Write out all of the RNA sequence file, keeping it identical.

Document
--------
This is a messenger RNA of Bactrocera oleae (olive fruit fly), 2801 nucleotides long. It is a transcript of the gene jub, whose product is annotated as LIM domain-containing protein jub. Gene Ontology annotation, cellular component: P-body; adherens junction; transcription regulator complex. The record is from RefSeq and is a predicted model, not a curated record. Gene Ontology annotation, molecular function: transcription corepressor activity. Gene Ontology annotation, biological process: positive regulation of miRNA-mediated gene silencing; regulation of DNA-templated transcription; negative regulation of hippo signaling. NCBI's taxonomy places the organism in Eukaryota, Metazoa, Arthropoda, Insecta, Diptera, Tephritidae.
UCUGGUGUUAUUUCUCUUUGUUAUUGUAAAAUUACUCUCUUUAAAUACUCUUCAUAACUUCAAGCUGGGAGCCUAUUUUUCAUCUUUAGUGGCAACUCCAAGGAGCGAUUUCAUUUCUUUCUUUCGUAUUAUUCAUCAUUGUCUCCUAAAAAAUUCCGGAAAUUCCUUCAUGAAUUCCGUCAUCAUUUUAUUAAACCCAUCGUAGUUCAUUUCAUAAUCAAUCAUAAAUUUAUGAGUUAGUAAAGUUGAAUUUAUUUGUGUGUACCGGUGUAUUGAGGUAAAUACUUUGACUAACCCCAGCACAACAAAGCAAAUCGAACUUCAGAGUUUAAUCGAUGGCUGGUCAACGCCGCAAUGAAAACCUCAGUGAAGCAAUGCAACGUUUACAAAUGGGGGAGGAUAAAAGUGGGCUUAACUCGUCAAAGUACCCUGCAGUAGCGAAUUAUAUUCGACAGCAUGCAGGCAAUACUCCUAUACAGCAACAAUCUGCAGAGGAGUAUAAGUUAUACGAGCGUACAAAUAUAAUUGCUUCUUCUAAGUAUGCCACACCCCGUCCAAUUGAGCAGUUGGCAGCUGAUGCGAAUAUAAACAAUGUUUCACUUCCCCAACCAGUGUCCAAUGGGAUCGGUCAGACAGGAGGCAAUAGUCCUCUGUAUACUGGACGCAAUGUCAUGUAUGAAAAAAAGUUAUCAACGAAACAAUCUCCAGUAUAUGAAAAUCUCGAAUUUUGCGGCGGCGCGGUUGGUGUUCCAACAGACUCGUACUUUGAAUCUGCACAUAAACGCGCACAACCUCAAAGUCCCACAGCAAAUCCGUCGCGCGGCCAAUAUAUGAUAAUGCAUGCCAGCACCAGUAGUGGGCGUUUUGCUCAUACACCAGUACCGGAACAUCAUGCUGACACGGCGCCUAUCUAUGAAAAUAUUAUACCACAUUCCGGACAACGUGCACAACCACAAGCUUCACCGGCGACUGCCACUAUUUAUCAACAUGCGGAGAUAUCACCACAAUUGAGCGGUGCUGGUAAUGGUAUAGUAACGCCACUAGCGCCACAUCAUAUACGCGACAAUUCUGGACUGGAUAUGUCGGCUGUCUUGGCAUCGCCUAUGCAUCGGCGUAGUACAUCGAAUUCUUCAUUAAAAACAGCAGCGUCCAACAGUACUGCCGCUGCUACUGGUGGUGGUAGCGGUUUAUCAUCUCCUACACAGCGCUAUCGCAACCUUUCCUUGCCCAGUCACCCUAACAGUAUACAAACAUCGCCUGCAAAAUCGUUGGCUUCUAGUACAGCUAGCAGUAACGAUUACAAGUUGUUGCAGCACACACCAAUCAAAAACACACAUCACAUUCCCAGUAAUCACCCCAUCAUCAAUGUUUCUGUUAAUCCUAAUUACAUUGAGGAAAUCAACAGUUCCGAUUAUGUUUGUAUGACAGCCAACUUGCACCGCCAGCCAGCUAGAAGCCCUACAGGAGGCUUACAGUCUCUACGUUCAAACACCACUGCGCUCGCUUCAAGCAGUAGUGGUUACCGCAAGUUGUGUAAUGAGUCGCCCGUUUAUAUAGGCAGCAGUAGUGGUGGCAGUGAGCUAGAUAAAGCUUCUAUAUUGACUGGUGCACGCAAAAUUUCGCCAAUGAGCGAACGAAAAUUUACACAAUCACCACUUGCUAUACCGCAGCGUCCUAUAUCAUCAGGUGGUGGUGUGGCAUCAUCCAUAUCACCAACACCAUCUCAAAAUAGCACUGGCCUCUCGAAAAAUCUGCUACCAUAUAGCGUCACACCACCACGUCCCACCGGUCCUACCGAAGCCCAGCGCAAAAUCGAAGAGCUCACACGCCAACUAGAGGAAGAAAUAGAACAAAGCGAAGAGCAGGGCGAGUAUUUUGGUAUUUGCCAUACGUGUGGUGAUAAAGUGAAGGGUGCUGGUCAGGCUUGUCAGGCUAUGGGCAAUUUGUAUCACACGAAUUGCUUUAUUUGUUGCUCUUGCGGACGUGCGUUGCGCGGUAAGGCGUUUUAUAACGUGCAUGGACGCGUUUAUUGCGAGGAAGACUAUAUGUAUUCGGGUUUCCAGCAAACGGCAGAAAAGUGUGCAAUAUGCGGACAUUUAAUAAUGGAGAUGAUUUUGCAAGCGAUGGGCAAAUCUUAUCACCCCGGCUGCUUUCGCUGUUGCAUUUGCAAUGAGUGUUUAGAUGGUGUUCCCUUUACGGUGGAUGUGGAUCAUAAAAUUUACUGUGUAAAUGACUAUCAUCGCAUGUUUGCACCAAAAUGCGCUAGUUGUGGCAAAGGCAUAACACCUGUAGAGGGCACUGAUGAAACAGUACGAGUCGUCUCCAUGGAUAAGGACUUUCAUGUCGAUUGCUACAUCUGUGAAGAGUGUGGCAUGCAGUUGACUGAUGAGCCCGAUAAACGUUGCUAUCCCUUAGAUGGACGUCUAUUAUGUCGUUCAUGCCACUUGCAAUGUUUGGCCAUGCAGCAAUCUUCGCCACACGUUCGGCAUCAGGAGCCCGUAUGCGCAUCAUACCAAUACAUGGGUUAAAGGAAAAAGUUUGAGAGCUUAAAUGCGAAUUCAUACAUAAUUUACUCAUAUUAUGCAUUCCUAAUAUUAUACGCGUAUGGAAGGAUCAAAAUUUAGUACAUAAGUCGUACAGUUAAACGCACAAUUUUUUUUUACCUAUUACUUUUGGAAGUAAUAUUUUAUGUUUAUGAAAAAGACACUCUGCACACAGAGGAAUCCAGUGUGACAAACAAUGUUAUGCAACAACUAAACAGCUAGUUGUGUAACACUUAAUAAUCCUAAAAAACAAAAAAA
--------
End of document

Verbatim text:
This is a messenger RNA of Bactrocera oleae (olive fruit fly), 2801 nucleotides long. It is a transcript of the gene jub, whose product is annotated as LIM domain-containing protein jub. Gene Ontology annotation, cellular component: P-body; adherens junction; transcription regulator complex. The record is from RefSeq and is a predicted model, not a curated record. Gene Ontology annotation, molecular function: transcription corepressor activity. Gene Ontology annotation, biological process: positive regulation of miRNA-mediated gene silencing; regulation of DNA-templated transcription; negative regulation of hippo signaling. NCBI's taxonomy places the organism in Eukaryota, Metazoa, Arthropoda, Insecta, Diptera, Tephritidae.
UCUGGUGUUAUUUCUCUUUGUUAUUGUAAAAUUACUCUCUUUAAAUACUCUUCAUAACUUCAAGCUGGGAGCCUAUUUUUCAUCUUUAGUGGCAACUCCAAGGAGCGAUUUCAUUUCUUUCUUUCGUAUUAUUCAUCAUUGUCUCCUAAAAAAUUCCGGAAAUUCCUUCAUGAAUUCCGUCAUCAUUUUAUUAAACCCAUCGUAGUUCAUUUCAUAAUCAAUCAUAAAUUUAUGAGUUAGUAAAGUUGAAUUUAUUUGUGUGUACCGGUGUAUUGAGGUAAAUACUUUGACUAACCCCAGCACAACAAAGCAAAUCGAACUUCAGAGUUUAAUCGAUGGCUGGUCAACGCCGCAAUGAAAACCUCAGUGAAGCAAUGCAACGUUUACAAAUGGGGGAGGAUAAAAGUGGGCUUAACUCGUCAAAGUACCCUGCAGUAGCGAAUUAUAUUCGACAGCAUGCAGGCAAUACUCCUAUACAGCAACAAUCUGCAGAGGAGUAUAAGUUAUACGAGCGUACAAAUAUAAUUGCUUCUUCUAAGUAUGCCACACCCCGUCCAAUUGAGCAGUUGGCAGCUGAUGCGAAUAUAAACAAUGUUUCACUUCCCCAACCAGUGUCCAAUGGGAUCGGUCAGACAGGAGGCAAUAGUCCUCUGUAUACUGGACGCAAUGUCAUGUAUGAAAAAAAGUUAUCAACGAAACAAUCUCCAGUAUAUGAAAAUCUCGAAUUUUGCGGCGGCGCGGUUGGUGUUCCAACAGACUCGUACUUUGAAUCUGCACAUAAACGCGCACAACCUCAAAGUCCCACAGCAAAUCCGUCGCGCGGCCAAUAUAUGAUAAUGCAUGCCAGCACCAGUAGUGGGCGUUUUGCUCAUACACCAGUACCGGAACAUCAUGCUGACACGGCGCCUAUCUAUGAAAAUAUUAUACCACAUUCCGGACAACGUGCACAACCACAAGCUUCACCGGCGACUGCCACUAUUUAUCAACAUGCGGAGAUAUCACCACAAUUGAGCGGUGCUGGUAAUGGUAUAGUAACGCCACUAGCGCCACAUCAUAUACGCGACAAUUCUGGACUGGAUAUGUCGGCUGUCUUGGCAUCGCCUAUGCAUCGGCGUAGUACAUCGAAUUCUUCAUUAAAAACAGCAGCGUCCAACAGUACUGCCGCUGCUACUGGUGGUGGUAGCGGUUUAUCAUCUCCUACACAGCGCUAUCGCAACCUUUCCUUGCCCAGUCACCCUAACAGUAUACAAACAUCGCCUGCAAAAUCGUUGGCUUCUAGUACAGCUAGCAGUAACGAUUACAAGUUGUUGCAGCACACACCAAUCAAAAACACACAUCACAUUCCCAGUAAUCACCCCAUCAUCAAUGUUUCUGUUAAUCCUAAUUACAUUGAGGAAAUCAACAGUUCCGAUUAUGUUUGUAUGACAGCCAACUUGCACCGCCAGCCAGCUAGAAGCCCUACAGGAGGCUUACAGUCUCUACGUUCAAACACCACUGCGCUCGCUUCAAGCAGUAGUGGUUACCGCAAGUUGUGUAAUGAGUCGCCCGUUUAUAUAGGCAGCAGUAGUGGUGGCAGUGAGCUAGAUAAAGCUUCUAUAUUGACUGGUGCACGCAAAAUUUCGCCAAUGAGCGAACGAAAAUUUACACAAUCACCACUUGCUAUACCGCAGCGUCCUAUAUCAUCAGGUGGUGGUGUGGCAUCAUCCAUAUCACCAACACCAUCUCAAAAUAGCACUGGCCUCUCGAAAAAUCUGCUACCAUAUAGCGUCACACCACCACGUCCCACCGGUCCUACCGAAGCCCAGCGCAAAAUCGAAGAGCUCACACGCCAACUAGAGGAAGAAAUAGAACAAAGCGAAGAGCAGGGCGAGUAUUUUGGUAUUUGCCAUACGUGUGGUGAUAAAGUGAAGGGUGCUGGUCAGGCUUGUCAGGCUAUGGGCAAUUUGUAUCACACGAAUUGCUUUAUUUGUUGCUCUUGCGGACGUGCGUUGCGCGGUAAGGCGUUUUAUAACGUGCAUGGACGCGUUUAUUGCGAGGAAGACUAUAUGUAUUCGGGUUUCCAGCAAACGGCAGAAAAGUGUGCAAUAUGCGGACAUUUAAUAAUGGAGAUGAUUUUGCAAGCGAUGGGCAAAUCUUAUCACCCCGGCUGCUUUCGCUGUUGCAUUUGCAAUGAGUGUUUAGAUGGUGUUCCCUUUACGGUGGAUGUGGAUCAUAAAAUUUACUGUGUAAAUGACUAUCAUCGCAUGUUUGCACCAAAAUGCGCUAGUUGUGGCAAAGGCAUAACACCUGUAGAGGGCACUGAUGAAACAGUACGAGUCGUCUCCAUGGAUAAGGACUUUCAUGUCGAUUGCUACAUCUGUGAAGAGUGUGGCAUGCAGUUGACUGAUGAGCCCGAUAAACGUUGCUAUCCCUUAGAUGGACGUCUAUUAUGUCGUUCAUGCCACUUGCAAUGUUUGGCCAUGCAGCAAUCUUCGCCACACGUUCGGCAUCAGGAGCCCGUAUGCGCAUCAUACCAAUACAUGGGUUAAAGGAAAAAGUUUGAGAGCUUAAAUGCGAAUUCAUACAUAAUUUACUCAUAUUAUGCAUUCCUAAUAUUAUACGCGUAUGGAAGGAUCAAAAUUUAGUACAUAAGUCGUACAGUUAAACGCACAAUUUUUUUUUACCUAUUACUUUUGGAAGUAAUAUUUUAUGUUUAUGAAAAAGACACUCUGCACACAGAGGAAUCCAGUGUGACAAACAAUGUUAUGCAACAACUAAACAGCUAGUUGUGUAACACUUAAUAAUCCUAAAAAACAAAAAAA